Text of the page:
American History / President Clinton
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Autor: anton 07 March 2011
Words: 1159 | Pages: 5
Assuming that it is true that a United States President may conduct his personal affairs in a way which does not jeopardize his capacity or duties as a political leader, should a United States President be accountable for his personal affairs by the American people whom he represents? This is the question to be discussed. Keep in mind, however, that this question does not deal with whether or not it is acceptable for a president to lie about his personal affairs or whether he should be legally accountable for his personal affairs. Rather, this question deals with whether or not we should require our president to be a moral leader as well as a political one and what standards are appropriate to demand of the man we empower within our nationâ€™s highest executive office. This is an important issue because as more and more personal scandals unfold regarding presidents, it is important for the people themselves to decide if it affects their leader and his leadership. It is also important for people to know what they want in a leader so when they read their ballot they know who to vote for.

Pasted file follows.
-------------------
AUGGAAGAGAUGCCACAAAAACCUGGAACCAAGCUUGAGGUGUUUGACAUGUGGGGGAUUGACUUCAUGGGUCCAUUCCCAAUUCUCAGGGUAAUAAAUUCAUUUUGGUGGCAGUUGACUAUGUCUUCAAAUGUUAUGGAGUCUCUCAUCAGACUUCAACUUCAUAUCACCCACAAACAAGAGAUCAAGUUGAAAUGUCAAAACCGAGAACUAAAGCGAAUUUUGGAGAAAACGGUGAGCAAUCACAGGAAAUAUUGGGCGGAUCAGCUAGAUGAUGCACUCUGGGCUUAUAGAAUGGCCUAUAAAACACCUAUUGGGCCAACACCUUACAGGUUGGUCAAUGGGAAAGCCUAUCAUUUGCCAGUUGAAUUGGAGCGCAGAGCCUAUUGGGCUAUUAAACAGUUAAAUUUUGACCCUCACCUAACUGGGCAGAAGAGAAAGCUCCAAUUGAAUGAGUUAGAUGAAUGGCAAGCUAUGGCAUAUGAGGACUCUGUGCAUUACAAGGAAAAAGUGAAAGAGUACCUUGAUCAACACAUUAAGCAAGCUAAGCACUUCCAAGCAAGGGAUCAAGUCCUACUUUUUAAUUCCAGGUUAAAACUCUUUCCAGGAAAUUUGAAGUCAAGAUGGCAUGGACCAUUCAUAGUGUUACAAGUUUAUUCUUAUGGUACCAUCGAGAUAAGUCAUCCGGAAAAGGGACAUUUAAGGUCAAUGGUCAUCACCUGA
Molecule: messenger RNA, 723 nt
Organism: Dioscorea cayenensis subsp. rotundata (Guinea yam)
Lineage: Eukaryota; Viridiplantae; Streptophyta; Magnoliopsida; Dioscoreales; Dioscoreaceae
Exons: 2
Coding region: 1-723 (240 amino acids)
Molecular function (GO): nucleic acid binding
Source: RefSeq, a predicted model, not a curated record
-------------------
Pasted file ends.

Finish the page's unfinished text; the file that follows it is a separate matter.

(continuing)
The position I will take is that the United States President should be held accountable for his personal affairs by the American people whom he represents. I take the position that we should require our president to be a moral leader as well as a political one and that private behavior is relevant to public performance.
My first argument is that people elect the president based on his beliefs, his morals, and his politics. People support the president because he abides by his beliefs, morals, and politics whether they involve his political or personal affairs. The president is accountable for his affairs, political or personal, that reflects his beliefs, morals, and politics. This then makes the political personal. Therefore, the president should be held accountable for his personal affairs by the American people whom he represents.